Sometimes I just get tired. If anything, the word journey better describes the walk with Christ more than a happy walk in the park. It gets hard at times. It gets fatiguing at times. A marathon, or maybe a triathlon, is more descriptive of what authentic Christianity is like, rather than a Caribbean cruise. Yes, I get tired sometimes. It is tiring to continue to pray for years and not see the results my heart longs for. It is just downright oppressive at times trying to calmly and lovingly speak toward Biblical righteousness in a culture that wholly embraces abortion, homosexual lifestyles, and philosophical relativity. It gets disheartening to see more and more people who wear the name of Christ in Western Europe and America drop Biblical morality like a bad losing streak in favor of liberal cultural and political correctness. It gets heavy arguing for truth when some, who speak of following Christ, but reject his words for the lies of Satan. The lies that go all the way back to the Garden where the serpent questioned; “Did God really say?” It also gets frustrating to see others of the Christian name put on legalistic self righteousness and flash it like a billboard expecting to earn their way into heaven. By their arrogance they not only damage their own souls, but likewise the lost lives of those who watch them. I can get tired when I think of all the times that I’ve shared the love of Christ with people who ignored the grace they so desperately need. It gets hard just doing life. It’s hard to keep the faith while being a husband and dad and wondering how my wife and kids will be provided for as I attempt another day of advancing the ball down the field. It is hard to keep the eyes of my heart on the big and eternal picture when the eyes of my head see those who reject God living what appears to be a successful lifestyle without a care in the world as they tread over the backs of those who love Jesus. It just gets hard sometimes.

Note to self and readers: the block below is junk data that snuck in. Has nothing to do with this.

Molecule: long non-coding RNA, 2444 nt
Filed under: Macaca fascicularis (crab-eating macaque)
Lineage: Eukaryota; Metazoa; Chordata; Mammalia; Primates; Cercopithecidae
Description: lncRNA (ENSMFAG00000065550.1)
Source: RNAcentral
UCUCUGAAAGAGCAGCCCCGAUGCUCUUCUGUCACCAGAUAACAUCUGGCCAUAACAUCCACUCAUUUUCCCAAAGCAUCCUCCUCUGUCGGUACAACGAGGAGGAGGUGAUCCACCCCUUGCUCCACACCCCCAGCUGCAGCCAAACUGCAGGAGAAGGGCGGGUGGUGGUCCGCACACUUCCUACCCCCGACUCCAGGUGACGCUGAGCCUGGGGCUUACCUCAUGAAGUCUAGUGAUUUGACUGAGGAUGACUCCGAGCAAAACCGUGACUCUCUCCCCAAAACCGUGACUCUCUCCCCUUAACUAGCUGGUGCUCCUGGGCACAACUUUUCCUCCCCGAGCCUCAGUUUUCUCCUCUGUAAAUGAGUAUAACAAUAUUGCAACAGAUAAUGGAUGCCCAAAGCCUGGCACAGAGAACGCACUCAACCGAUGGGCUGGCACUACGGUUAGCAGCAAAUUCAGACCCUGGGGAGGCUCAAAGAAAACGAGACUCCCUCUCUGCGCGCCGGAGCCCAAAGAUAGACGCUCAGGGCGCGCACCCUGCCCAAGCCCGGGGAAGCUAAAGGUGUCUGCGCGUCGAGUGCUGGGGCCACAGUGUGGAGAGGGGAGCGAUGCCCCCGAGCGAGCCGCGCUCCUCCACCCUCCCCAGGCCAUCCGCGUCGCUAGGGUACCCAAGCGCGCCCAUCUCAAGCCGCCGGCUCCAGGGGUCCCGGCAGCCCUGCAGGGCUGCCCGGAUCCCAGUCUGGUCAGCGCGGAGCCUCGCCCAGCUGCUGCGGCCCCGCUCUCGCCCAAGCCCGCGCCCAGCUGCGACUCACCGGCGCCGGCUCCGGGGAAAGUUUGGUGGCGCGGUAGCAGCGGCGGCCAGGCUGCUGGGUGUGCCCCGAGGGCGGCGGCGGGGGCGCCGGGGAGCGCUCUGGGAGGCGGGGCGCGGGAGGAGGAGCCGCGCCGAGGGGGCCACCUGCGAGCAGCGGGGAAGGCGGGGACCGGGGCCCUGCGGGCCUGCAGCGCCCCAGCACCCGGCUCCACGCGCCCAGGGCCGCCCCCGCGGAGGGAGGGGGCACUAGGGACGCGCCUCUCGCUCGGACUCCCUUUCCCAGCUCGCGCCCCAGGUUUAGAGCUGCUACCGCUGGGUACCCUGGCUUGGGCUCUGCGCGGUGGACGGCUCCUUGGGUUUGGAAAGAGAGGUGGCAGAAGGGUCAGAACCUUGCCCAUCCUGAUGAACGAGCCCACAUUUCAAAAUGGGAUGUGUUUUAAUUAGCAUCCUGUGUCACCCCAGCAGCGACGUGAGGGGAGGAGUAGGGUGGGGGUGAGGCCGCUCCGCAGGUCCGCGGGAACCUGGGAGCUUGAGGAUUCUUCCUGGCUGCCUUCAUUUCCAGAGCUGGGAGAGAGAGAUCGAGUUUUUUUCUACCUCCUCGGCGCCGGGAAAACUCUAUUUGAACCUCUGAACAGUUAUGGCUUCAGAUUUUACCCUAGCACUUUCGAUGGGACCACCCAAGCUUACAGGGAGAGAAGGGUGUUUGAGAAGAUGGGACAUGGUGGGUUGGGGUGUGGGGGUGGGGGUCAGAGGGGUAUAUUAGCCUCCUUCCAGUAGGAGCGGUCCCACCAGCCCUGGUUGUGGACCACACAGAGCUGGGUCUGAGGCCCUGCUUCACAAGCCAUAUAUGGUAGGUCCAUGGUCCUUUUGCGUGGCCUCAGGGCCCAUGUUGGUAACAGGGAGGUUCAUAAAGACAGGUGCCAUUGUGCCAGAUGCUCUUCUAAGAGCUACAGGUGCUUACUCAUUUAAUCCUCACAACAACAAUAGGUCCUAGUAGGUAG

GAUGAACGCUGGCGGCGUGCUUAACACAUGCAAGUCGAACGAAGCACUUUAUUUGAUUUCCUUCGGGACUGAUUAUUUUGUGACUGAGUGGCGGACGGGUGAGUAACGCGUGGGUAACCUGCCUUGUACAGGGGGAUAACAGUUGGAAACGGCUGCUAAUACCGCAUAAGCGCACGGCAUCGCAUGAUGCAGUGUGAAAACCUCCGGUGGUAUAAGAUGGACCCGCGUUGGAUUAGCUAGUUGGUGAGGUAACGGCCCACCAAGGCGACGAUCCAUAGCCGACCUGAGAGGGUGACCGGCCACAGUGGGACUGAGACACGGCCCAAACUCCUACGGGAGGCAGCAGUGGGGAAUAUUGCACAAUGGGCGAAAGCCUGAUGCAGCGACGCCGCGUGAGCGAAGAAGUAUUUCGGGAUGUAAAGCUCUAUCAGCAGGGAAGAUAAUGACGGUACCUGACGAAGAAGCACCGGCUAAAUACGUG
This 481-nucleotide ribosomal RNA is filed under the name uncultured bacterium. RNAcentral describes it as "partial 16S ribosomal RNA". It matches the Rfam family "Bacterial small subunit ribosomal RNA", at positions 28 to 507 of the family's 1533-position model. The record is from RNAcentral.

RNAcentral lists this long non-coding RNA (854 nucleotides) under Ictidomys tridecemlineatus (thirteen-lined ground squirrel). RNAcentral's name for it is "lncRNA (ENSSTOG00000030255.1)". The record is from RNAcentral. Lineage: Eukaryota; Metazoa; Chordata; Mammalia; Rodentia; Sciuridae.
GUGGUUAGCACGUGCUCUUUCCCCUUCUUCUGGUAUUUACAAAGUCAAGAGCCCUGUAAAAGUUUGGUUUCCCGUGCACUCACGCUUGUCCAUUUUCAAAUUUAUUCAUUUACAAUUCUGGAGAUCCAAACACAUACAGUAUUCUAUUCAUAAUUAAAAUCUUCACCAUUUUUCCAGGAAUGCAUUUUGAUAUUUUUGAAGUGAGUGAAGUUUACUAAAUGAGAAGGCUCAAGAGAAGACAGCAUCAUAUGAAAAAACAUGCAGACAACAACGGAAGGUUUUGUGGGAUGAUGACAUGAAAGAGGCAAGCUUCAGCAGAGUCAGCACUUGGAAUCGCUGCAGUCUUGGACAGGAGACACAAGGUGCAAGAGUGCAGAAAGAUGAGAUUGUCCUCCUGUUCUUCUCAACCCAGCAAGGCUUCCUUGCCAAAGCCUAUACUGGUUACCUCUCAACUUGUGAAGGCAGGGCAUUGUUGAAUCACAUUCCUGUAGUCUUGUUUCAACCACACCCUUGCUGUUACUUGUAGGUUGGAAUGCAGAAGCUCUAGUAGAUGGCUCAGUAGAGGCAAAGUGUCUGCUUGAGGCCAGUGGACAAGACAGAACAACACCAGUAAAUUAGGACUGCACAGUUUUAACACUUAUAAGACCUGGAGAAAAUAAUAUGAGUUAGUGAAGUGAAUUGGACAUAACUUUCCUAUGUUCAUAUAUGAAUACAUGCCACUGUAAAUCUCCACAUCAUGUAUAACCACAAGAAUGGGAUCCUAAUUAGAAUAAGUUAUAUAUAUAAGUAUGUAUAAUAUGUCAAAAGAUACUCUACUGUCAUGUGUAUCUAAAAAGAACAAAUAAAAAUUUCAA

Our journey is not alone though as many have walked this path before us. I’m reminded of Asaph from time who time who echoed these words during the reign of King David some 3000 years ago:
“Surely in vain I have kept my heart pure and have washed my hands in innocence. All day long I have been afflicted, and every morning brings new punishments. . . When I tried to understand all this, it troubled me deeply till I entered the sanctuary of God; then I understood their final destiny.”
Asaph was one of the leaders in David’s choirs who, like so many of us, knew the drain of trying to live for God in a world that would rather not. As Asaph meditated on the condition of the culture around him in Psalm 73, he honestly felt defeat and a bearer of a useless faith. Earlier in the psalm he spoke of his feet almost slipping as he envied the apparent success of those who opposed righteousness while he himself set and waited for God to show up. Asaph was in the journey just like us and it didn’t make much sense in his present tension. However, when he was able to take a step back and consider eternity, the curtains of his depression started to part as he saw the end of the game and God’s final juedgement. When he reminded himself of the larger and eternal picture he was able to turn the corner from spiritual fatigue to a renewed faith in the eternal God. Like Asaph, I too get really tired and wonder if it’s all worth it. Like Asaph, simply seeing the end of the story can be enough encouragement though to walk one more mile.
What do you do when you see none of the fruit for which you’ve been planting seed? What do you do when those you trusted in have abandoned you for greener pastures or even thrown you under the bus in the process? What do you do when you feel like you’re all alone in the journey? One of the best starting points in rebooting your faith is to again enter into the Sanctuary of God and remember the final destiny of it all. To the church in Galatia, Paul challenged some of the first Christ followers to “not become weary in doing good, for at the proper time we will reap a harvest if we do not give up.” Earlier, Paul, in a crescendo of encouragement, reminded the Corinthians to “stand firm. Let nothing move you. Always give yourselves fully to the work of the Lord, because you know that your labor in the Lord is not in vain.”
Sometimes that’s all it takes to get back in the saddle again. Just a reminder, a simple reminder, that though the fight is tough and the road is long, there is victory for those who know Christ and the power of his resurrection. So be encouraged. The race is worth it, the victory is sure, and the reward is greater than you can imagine.